By: AVP Pro, Ryan Doherty

Anyone who has spent time at the beach has seen it; a young mom or dad dragging a stroller through the sand, carrying more bags than any human being would pack for a trip around the world, all while an infant or toddler cooperates by trying to kick off their shoes or stopping every three steps to investigate a piece of garbage they found in the sand. For me, a mix of amazement/horror always overwhelms me as this scene plays out, and I can only imagine the difficulties that young parent must be facing. But do those difficulties change when that young parent isn’t going for a leisurely trip to the shore but rather to compete against the best beach volleyball players in the country?

The AVP is home to the best professional beach volleyball talent in the country, and the players that comprise the elite level of the sport are an eclectic group. With top players ranging from teenagers to 44-year-olds, there are people at all stages of life on the tour. For those who have just made the jump to being a parent, how does your new role in life effect your ability to perform as an athlete? I was lucky enough to ask some of the best beach volleyball players in the country questions about the difficulties/benefits that come with their new job; parenthood.

What is one of the biggest challenges with having a young child as an athlete?

Billy Allen, winner of the 2016 AVP Seattle Open and father of Ketch Allen, echoed the same idea I heard from most of the parents I spoke with. “Time Management. Before Ketch I could practice, workout, and nap whenever I wanted. Now I have to schedule in advance and have much smaller windows.” Scheduling those practices, workouts, and naps probably gets more difficult when both spouses need to figure it out.

Janelle Allen, Billy’s wife and Ketch’s mom, is also a Main Draw athlete on the AVP tour. Which means they need to schedule practice in the same place and have one practice end right as the other begins, and the Ketch hand-off isn’t always as smooth as they would hope. “Last year our coach Rich Lambourne had to carry Ketch on his shoulders a number of times while we warmed up or to finish practice if there was overlap with my wife’s practice.”


Was there something that completely blindsided you about being a parent? What obstacles did you not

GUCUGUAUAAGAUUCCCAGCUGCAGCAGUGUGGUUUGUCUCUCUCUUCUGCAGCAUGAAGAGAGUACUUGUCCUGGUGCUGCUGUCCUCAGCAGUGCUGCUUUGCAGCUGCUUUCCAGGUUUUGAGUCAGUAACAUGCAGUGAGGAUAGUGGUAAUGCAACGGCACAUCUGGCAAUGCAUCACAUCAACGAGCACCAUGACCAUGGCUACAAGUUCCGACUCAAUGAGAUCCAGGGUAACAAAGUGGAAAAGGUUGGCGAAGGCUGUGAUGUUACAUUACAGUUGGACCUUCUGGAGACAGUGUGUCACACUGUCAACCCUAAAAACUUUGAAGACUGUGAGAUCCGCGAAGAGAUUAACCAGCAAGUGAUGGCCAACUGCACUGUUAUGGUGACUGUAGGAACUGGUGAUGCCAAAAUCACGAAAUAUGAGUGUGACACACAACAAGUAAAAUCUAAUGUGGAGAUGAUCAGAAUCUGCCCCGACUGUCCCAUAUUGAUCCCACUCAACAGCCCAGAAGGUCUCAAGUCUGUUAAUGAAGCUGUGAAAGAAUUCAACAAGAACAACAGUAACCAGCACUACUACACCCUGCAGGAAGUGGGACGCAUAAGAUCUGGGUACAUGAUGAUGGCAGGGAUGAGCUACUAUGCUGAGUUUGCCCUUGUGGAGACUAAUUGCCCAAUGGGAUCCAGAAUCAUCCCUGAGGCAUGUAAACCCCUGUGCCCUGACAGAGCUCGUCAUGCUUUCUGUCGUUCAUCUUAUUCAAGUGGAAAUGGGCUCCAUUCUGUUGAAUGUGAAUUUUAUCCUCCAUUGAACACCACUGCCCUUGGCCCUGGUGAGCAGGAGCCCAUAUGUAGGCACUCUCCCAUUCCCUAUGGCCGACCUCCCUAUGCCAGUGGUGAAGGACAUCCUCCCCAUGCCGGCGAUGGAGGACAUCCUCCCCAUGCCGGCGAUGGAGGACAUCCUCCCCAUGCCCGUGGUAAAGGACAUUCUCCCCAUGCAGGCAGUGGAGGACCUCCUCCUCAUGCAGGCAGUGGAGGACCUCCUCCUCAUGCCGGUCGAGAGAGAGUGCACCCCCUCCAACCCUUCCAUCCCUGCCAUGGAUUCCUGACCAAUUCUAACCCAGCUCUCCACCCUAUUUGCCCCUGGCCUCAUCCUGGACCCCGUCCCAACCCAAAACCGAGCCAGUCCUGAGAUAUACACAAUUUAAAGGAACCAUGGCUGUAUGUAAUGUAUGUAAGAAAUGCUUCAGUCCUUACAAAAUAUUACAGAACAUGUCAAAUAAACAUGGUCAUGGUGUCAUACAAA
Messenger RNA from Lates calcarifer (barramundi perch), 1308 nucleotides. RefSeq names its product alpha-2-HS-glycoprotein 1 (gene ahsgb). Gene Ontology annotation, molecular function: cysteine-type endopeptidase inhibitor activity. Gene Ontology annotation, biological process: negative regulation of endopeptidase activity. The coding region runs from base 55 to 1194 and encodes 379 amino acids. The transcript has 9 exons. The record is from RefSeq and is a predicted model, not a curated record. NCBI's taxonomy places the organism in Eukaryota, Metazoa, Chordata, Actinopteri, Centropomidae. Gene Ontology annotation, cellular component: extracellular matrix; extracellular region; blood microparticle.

Heather McGuire, formerly Heather Hughes before marrying a fellow athlete of the AVP tour Andy McGuire, had a stellar indoor career at Loyola Marymount University before moving out to the beach. She had her first child, Jack McGuire, almost a year ago, and already has two top-10 finishes during the 2017 season. “Sleep. Everyone talks about sleep, but I don’t think

anyone really understands how little and unpredictable the sleep is until they are in it.  Pretty sure I can count on my hands how many times I have been able to sleep through the entire night since Jack was born…11 months ago.” And while a lack of sleep would put lesser players into a perpetually bad mood, (*cough* Me *cough*) Heather takes it all in stride and is able to find the hidden blessings the come from motherhood. “Somehow I’m making it all work and my body feels great. Oh yeah, AND…Jack and I have the same hat size. There have been a couple times when I have forgotten my hat for practice and have worn his instead.”

Traveling to events; if you are successfully bringing your little one to events, what are some tips you could give to other parents? 

Tim Bomgren has been a staple of the main draw for years, and he already has a pair of seventh place finishes to start the AVP season. He lives in Minnesota (the beach volleyball mecca of the midwest) and recently had his first baby boy, Brody Bomgren. Tim readily admits how difficult it can be for parents at the beach. “The biggest challenges for Huntington was the baggage and tugging a stroller through the sand. The amount you are required to bring with you at least doubles when you have a young child.” Even though Tim may be new to parenting, it seems as if he is learning quickly. “If I were to throw out a tip for traveling with an infant, it would be to feed your child on the way up and on the way down during your flight. This will help so that the child’s ears don’t pop and may also give you a well-deserved break (nap) after stressfully hauling all that gear through the airport.”

These athletes approach their new roles as parents the same way they approach their careers on the sand; with dedication, humility, and a desire to do it at the absolute peak of their abilities. And it seems that all of them are embracing the challenge and becoming better because of it. I will let Tim’s words take us out: “There is, however, no better feeling than seeing little man (my nickname for Brody) after a match. Regardless of your results on the court, getting to see, hug and/or kiss your little boy completely alters your mood for the better and it’s such a special thing that’s hard to describe.”